I frequently use vim to edit multiple files. On the command line, I'll type vim * or the like, and use :wn to move through the files until I get to the end.

Invariably, I get to the last file, and type :wn and get the maddening message E165: Cannot go beyond last file, when really what I want vim to do is quit at that point (:wq). Is there a configuration that controls this behavior?

  • 3
    Vim has a simple mind: you ask it to do :wn and it does :wn. If you want it to do :wq, don't tell it to do :wn, tell it to do :wq.
    – romainl
    Jul 30, 2016 at 20:08

3 Answers 3


I don't think there is a configuration option to change that behaviour. However you can create a custom command, that catches error E165 and quits in that case. Something like this should work (untested):

com! -count -bang Wnext try | <count>wn<bang> | catch /^Vim\%((\a\+)\)\=:E165/ | q | endtry
  • Hm...I tried this and it didn't work (nothing happened). I'm not familiar with custom commands in vim, and I didn't see the com command looking through the documentation...so I haven't been able to grok/debug this...I'd be happy if you pointed me at documentation.... Aug 8, 2016 at 22:10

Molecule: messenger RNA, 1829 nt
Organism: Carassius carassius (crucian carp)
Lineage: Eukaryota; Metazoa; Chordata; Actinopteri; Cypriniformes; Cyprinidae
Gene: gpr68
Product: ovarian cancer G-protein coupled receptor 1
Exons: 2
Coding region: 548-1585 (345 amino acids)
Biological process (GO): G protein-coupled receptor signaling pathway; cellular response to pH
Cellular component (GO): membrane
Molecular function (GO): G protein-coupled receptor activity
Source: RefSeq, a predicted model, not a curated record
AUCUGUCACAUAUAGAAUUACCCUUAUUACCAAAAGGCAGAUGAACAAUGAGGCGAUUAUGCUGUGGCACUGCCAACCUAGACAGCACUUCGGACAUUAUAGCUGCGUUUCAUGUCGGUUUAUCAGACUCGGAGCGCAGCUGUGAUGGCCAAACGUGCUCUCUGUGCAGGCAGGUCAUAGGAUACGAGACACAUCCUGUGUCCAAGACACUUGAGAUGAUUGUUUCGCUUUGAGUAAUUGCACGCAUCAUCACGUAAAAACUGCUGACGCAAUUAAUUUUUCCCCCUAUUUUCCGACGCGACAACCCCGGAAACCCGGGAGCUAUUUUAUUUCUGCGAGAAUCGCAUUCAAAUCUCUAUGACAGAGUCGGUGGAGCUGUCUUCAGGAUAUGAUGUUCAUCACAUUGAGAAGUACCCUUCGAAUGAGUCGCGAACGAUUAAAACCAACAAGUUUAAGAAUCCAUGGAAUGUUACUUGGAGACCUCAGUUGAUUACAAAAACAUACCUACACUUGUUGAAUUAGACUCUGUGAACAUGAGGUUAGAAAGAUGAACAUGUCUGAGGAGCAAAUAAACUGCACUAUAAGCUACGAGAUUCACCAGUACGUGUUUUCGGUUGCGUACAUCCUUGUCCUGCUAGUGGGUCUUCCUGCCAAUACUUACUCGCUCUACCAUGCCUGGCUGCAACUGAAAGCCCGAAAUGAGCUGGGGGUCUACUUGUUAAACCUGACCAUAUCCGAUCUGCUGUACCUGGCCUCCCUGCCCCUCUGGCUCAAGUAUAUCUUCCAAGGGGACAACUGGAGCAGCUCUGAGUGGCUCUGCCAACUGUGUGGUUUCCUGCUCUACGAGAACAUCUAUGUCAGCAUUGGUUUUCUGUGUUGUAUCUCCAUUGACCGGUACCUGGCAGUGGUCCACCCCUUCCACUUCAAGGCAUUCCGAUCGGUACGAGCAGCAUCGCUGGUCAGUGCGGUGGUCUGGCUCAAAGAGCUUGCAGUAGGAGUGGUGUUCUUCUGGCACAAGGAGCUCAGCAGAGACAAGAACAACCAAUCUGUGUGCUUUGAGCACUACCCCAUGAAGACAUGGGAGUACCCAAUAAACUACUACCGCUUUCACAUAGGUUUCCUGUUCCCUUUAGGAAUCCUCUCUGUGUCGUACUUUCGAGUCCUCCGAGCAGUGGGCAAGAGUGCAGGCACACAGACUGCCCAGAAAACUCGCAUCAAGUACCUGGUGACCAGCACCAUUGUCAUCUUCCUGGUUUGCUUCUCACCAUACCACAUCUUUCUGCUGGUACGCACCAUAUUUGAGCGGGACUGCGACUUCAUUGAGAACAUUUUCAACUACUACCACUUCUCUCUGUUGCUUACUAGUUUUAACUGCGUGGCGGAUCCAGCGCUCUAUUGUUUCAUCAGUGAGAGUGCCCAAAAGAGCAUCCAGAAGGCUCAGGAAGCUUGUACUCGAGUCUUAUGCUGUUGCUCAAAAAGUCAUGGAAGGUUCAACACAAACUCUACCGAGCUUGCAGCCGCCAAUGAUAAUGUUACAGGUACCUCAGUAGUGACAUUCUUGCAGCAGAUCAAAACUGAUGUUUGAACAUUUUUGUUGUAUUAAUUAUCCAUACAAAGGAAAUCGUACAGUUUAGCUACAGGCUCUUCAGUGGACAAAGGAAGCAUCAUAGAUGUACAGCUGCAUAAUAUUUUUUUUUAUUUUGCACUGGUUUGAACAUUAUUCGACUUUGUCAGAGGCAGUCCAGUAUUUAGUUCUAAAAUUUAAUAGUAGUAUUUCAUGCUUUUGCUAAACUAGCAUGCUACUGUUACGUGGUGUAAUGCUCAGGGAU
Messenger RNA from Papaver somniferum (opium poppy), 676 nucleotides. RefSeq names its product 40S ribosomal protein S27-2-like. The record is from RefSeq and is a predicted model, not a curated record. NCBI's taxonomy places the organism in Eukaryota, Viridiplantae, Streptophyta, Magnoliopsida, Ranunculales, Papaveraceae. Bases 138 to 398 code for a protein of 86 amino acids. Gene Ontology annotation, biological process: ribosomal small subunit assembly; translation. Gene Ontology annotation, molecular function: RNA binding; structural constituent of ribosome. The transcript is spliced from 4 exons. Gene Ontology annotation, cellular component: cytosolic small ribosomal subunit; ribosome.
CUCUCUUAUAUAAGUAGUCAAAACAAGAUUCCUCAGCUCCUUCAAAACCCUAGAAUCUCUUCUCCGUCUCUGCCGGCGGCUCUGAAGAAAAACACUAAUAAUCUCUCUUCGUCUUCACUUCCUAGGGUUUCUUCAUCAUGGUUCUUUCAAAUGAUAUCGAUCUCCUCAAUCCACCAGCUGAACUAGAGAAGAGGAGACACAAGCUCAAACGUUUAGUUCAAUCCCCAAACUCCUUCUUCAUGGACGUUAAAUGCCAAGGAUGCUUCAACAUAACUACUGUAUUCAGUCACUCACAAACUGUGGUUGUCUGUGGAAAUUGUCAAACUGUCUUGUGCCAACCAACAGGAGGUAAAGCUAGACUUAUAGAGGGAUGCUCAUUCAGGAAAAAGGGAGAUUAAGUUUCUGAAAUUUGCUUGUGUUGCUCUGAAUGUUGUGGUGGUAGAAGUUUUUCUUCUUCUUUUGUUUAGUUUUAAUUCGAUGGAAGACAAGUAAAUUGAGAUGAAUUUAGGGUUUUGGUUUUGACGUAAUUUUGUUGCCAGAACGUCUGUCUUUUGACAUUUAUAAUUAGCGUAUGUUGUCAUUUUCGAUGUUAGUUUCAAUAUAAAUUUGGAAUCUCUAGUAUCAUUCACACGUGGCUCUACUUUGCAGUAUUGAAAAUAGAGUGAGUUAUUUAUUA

You can define a function like this:

function! NextFileOrQuit()
  execute 'try | n | catch | try | wq! | catch | | endtry | endtry'

And then setup a normal mode mapping like so:

noremap <Tab> :call NextFileOrQuit()<CR>

With this setup, pressing <Tab> will move through the files and then "quit" once it reached the last one.


This is the normal behaviour of vi. You can do a :rew to start with the first file again. In vim you can also use :bn and :bp to go to the next or previous file. But :rew works with any vi variant.

  • I'm aware that this is the normal behavior of vim...my question was specifically how to change that normal behavior. Aug 8, 2016 at 22:05

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